Accepted clean Java solution with explanation (two pointers)

  • 15

    The basic idea is we keep comparing s and t from the beginning, once there's a difference, we try to replace s(i) with t(j) or insert t(j) to s(i) and see if the rest are the same.

    Example: i and j are the two pointers of S and T, we found that 'b' != 'c' and we try to replace it:

         i                           i
    S: a c d      replace       S: a b d
    T: a b c d   --------->     T: a b c d    --->  "d" != "cd", no good
         j                           j

    now we try to insert T(j) to S(i) and we get:

         i                           i
    S: a c d      insert        S: a b c d
    T: a b c d   --------->     T: a b c d    --->  "cd" == "cd", viola!
         j                           j

    To keep the code simple, we make s is always shorter than t, so we don't need to try deletion.


    public boolean isOneEditDistance(String s, String t) {
      if (s == null || t == null)
        return false;
      if (s.length() > t.length())
        return isOneEditDistance(t, s);
      int i = 0, j = 0;
      while (i < s.length() && j < t.length()) {
        if (s.charAt(i) != t.charAt(j)) {
          // we try to replace s[i] with s[j] or insert s[j] to s[i]
          // then compare the rest and see if they are the same
          return s.substring(i + 1).equals(t.substring(j + 1)) ||
                 s.substring(i).equals(t.substring(j + 1));
        i++; j++;
      return t.length() - j == 1;

  • 0

    Nice solution, I rewrite it in Python language:

    def isOneEditDistance(self, s, t):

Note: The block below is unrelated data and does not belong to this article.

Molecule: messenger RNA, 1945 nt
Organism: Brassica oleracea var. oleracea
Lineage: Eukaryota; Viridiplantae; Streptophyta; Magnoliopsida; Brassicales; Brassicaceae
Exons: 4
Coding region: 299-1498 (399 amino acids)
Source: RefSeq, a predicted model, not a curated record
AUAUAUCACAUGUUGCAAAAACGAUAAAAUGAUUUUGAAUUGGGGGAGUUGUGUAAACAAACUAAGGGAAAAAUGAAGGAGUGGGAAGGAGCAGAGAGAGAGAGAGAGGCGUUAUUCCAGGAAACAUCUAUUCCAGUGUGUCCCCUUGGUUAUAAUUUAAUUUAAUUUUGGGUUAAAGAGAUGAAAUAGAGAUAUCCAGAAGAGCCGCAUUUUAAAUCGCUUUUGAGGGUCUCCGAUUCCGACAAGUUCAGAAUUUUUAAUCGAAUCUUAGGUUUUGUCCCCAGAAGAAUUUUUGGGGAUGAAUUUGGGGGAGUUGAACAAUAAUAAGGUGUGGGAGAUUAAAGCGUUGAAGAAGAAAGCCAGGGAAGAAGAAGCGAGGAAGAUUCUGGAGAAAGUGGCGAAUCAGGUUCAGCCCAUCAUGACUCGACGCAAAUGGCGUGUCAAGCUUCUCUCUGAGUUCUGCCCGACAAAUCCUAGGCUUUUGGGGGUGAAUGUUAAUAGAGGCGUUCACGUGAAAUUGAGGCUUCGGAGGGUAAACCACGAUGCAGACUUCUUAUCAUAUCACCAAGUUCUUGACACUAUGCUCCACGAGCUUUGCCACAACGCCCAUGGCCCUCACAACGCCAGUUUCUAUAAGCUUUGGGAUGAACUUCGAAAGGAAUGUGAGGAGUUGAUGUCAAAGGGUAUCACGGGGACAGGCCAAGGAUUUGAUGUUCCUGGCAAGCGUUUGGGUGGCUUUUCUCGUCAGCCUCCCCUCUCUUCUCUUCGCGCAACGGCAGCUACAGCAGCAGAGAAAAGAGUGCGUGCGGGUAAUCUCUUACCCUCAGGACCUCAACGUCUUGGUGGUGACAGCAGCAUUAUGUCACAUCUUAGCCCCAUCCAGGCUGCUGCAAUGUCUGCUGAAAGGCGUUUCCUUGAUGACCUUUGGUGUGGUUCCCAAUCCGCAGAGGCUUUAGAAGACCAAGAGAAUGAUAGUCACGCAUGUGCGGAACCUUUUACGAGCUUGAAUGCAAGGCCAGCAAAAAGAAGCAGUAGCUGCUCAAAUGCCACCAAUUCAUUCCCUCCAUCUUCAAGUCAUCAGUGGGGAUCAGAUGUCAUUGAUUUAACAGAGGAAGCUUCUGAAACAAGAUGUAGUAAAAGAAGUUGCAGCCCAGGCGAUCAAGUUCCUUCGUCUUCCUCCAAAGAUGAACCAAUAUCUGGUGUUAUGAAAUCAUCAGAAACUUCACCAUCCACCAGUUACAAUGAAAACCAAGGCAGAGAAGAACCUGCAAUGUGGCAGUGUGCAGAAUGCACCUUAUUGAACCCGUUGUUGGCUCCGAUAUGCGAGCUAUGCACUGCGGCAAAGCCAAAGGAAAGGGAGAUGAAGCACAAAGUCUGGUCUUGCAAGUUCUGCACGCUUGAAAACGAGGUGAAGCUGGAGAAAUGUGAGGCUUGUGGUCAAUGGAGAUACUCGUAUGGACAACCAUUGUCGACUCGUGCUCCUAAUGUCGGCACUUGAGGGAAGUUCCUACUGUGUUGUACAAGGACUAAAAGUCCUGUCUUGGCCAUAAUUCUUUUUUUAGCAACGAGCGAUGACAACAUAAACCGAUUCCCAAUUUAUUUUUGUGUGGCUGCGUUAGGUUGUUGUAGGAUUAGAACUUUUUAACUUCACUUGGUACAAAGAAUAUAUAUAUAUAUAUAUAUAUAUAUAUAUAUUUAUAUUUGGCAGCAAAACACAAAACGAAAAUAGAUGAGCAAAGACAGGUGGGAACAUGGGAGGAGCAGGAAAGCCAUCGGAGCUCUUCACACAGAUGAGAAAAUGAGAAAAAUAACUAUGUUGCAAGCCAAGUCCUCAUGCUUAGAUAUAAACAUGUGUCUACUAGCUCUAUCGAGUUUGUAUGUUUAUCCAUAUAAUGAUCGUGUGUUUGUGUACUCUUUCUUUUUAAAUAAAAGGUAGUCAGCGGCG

m, n = len(s), len(t)
        if m > n:
            return self.isOneEditDistance(t, s)
        if n-m > 1:
            return False
        i, j = 0, 0
        while i < m and j < n:
            if s[i] != t[j]:
                return s[i+1:] == t[j+1:] or s[i:] == t[j+1:]
            i += 1; j += 1
        return n-m == 1

  • 4

    Excellent idea!
    But I think we have no need to maintain index j on String t, since i and j are always in the in the same pace until we return. I have implemented your idea without using index j, and it was accepted.

    public boolean isOneEditDistance(String s, String t) {
        int s_len = s.length();
        int t_len = t.length();
        if (t_len < s_len)
            return isOneEditDistance(t, s);
        if (t_len - s_len > 1)
            return false;
        int i = 0;
        while (i < s_len) {
            if (s.charAt(i) != t.charAt(i))
                return s.substring(i+1).equals(t.substring(i+1)) || s.substring(i).equals(t.substring(i+1));
        return s_len + 1 == t_len;

  • 0

    Yeah you are right!

  • 0

    Doesn't the substring() operation in Java 7 and higher consume a O(N) complexity?

  • 0

    Thanks mate!

  • 0
    This post is deleted!

  • 0
      return t.length() - j == 1;

    Could you explain why you have this statement please? Thanks.

  • 0

    @DanielMan97 It is to check if the difference between lengths of both the strings is 1, I believe. After you get out of the for loop, you can imply that all the comparisons were successful. So, in order to get the exact edit distance 1, there has to be one operation performed which is, in this case, would be an append operation.

    As per my understanding, you can also rewrite the last statement to something like:

    return Math.abs(s.length() - t.length()) == 1;

    This statement will serve the exact same purpose as the one used in the existing code, in my opinion.

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